East Capital’s Margot Jacobs shares tips for MFIs on becoming more attractive for investors
Margot Jacobs is Senior Advisor on the private equity team at East Capital, an independent asset manager specialized in emerging and frontier markets. She has over 20 years’ experience in the banking sectors of Russia and Eastern Europe. Margot will be a featured speaker at the upcoming 7th Annual Central Asian & Caucasus Microfinance Forum.
Gateway: East Capital specializes in investments in emerging and frontier markets. What do you look for when choosing investments? What types of industries do you invest in? Are there any industries that you would describe as having similar characteristics to the microfinance sector?
Margot: The majority of East Capital’s investments are made through our mutual funds, which buy traded securities. We invest in shares of companies from pretty much all sectors of the economy. We look for companies with long-term, sustainable growth perspectives and responsible owners. We have owned shares in many companies in the financial sector, and our only true Private Equity Fund is East Capital Financials Fund, which invests directly in the banking sectors of Russia, Kazakhstan, Georgia and Ukraine. I would say that within the financial sector we’ve seen many companies which share some of the characteristics of microfinance.
Gateway: We understand that during a recent investment period, you were considering several MFIs as possible investments, but ended up deciding not to invest in this sector. Can you share with us what attracted you to microfinance in the first place, and some of the reasons you decided not to invest?
Margot: We looked at a couple of microfinance organizations during the Financials Fund’s investment period. What attracted us was the dynamic development of the organizations in question, their ability to profitably lend to a niche of borrowers that was ignored or underserved by banks. The primary reason we decided not to invest was the concern about the sustainability of funding models.
Gateway: What in particular caused concern about their funding models?
Margot: With regard to the MFIs we reviewed but didn't invest in, the answer is fairly simple: they had long-term hard currency debt from IFIs, and needed to move to funding in local currency to reduce their asset/liability mismatch, but were prohibited by law from taking retail deposits. This left them with few viable sources of local currency funding.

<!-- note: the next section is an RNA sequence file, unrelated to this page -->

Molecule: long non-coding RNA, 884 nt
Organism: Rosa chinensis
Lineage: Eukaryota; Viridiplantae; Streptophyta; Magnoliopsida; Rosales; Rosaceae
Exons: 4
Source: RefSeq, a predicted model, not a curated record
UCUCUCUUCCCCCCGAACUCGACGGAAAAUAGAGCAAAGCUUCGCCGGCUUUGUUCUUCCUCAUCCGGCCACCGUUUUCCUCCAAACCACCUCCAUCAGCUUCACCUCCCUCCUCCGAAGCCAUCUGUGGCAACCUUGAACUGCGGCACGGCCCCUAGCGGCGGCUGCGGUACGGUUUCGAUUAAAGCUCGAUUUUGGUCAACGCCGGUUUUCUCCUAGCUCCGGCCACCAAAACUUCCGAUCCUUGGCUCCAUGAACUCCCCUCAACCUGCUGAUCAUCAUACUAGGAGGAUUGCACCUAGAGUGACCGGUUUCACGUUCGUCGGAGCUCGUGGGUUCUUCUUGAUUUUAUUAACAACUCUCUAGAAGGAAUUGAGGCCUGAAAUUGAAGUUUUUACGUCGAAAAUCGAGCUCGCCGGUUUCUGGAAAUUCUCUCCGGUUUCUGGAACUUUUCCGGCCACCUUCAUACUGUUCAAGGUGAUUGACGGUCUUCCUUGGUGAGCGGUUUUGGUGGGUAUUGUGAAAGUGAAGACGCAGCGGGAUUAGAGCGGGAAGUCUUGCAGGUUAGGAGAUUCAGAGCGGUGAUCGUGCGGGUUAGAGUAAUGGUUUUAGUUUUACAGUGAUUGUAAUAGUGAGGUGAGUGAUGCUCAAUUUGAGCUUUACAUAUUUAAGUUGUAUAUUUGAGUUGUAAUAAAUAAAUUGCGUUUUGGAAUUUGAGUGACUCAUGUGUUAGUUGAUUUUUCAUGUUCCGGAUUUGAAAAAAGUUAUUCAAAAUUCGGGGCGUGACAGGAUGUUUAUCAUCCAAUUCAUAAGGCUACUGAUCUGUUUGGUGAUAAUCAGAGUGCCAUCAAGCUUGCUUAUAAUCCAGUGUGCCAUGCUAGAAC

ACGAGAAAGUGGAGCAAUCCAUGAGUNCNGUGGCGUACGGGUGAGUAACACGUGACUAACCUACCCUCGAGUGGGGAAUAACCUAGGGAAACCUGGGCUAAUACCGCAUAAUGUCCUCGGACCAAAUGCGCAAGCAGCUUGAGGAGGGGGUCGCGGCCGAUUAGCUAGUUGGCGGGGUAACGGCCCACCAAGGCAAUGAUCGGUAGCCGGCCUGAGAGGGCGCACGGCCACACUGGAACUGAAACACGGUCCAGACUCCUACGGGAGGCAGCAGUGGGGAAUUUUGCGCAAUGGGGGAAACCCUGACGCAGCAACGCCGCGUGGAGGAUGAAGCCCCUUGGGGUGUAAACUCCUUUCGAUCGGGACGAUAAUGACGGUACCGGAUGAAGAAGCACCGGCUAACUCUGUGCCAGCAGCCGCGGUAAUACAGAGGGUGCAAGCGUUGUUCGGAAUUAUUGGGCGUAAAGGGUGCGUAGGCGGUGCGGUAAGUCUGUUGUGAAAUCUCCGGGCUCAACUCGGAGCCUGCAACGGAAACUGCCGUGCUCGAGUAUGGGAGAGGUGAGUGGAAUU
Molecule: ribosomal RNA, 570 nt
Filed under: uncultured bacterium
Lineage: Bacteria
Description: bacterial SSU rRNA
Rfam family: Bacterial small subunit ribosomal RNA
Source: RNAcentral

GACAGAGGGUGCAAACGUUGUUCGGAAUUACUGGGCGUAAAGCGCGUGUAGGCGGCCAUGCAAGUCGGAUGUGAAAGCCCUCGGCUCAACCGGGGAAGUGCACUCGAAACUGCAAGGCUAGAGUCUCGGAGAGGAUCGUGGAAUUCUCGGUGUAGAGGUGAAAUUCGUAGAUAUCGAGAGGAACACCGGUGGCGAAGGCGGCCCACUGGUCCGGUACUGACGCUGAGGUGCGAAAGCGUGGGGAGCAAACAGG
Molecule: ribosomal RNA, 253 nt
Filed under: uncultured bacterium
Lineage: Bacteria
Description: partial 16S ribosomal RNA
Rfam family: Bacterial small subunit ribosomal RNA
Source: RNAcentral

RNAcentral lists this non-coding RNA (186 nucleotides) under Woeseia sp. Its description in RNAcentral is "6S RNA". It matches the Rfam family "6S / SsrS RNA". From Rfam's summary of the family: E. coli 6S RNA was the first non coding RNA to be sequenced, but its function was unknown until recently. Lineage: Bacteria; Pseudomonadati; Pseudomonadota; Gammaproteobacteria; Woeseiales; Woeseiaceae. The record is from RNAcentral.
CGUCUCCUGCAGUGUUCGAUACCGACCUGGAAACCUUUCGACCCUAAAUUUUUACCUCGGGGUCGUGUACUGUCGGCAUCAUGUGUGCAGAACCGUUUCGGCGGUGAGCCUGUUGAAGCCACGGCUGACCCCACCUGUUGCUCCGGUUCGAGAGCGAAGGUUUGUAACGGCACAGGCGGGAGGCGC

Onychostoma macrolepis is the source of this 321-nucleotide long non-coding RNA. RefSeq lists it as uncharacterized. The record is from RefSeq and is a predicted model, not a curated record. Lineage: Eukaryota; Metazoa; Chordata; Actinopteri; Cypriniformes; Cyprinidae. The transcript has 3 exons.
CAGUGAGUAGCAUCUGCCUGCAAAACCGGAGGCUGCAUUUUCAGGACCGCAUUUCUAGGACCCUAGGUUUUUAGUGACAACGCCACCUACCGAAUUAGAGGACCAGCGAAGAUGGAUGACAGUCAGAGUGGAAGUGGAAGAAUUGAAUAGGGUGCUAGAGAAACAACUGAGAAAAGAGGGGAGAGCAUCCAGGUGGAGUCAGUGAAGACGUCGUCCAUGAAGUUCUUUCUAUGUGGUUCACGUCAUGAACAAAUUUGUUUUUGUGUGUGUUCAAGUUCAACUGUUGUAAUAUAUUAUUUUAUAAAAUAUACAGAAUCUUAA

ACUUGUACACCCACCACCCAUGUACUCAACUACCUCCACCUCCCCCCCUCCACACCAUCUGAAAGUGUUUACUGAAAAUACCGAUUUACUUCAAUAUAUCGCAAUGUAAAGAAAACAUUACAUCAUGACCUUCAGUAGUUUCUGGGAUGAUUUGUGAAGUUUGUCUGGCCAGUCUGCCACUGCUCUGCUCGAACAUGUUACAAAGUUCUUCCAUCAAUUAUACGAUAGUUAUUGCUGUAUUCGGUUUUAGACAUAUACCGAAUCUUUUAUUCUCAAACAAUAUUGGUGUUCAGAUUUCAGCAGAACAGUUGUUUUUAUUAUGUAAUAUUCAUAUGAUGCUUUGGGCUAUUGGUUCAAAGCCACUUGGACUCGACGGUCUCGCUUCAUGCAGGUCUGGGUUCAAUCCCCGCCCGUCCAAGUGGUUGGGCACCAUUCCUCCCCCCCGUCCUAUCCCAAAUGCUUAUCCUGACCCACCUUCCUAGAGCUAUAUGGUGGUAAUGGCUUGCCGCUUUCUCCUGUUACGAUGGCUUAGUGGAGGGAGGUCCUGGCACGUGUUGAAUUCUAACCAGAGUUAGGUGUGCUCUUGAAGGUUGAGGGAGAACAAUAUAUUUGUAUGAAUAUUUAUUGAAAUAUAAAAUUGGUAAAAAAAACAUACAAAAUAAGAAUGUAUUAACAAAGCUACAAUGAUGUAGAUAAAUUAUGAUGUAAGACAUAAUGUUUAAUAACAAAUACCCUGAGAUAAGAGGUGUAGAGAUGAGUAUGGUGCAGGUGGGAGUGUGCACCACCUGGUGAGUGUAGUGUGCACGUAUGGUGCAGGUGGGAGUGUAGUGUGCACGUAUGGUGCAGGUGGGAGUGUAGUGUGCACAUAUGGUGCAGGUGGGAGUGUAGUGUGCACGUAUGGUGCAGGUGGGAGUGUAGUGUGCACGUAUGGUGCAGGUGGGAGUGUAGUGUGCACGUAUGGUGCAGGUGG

Gateway: For MFIs which are seeking investors, what kind of advice would you give them to make their institution more attractive for new investors? What are some of the anticipated risks when investing in MFIs and what actions can those institutions take to reduce such risks?
Margot: In order to get the attention of investors, it is important to show that you can both grow your business and consistently show good profitability. This requires expertise in targeting the right client base and in analyzing the creditworthiness of each potential borrower without needing a large, expensive infrastructure. For the MFIs I have analyzed, the main risk or challenge has been how to fund the business, since these MFIs did not have banking licenses and therefore could not take retail deposits.
Gateway: How important does East Capital consider corporate governance, and what kinds of lessons have you learned about best practices over the years that would be relevant to microfinance institutions?
Margot: Our experience as investors has taught us that corporate governance is extremely important. Among other things, good corporate governance allows investors to receive important information about the company in a timely fashion, as well as allowing minority investors to nominate representatives to the Board of Directors so that their interests can be represented. Organizations that can demonstrate good corporate governance have easier access to funding and capital, and often enjoy higher levels of customer loyalty as well.
Competent and effective management teams are, in our experience, eager to establish good corporate governance practices since they know that increased transparency, well-structured decision-making and appropriate compensation programs will work to their benefit in the long run. Moreover, we have seen that organizations within the financial sector that introduce environmentally and socially friendly policies enjoy not only better employee morale but also a better reputation among clients.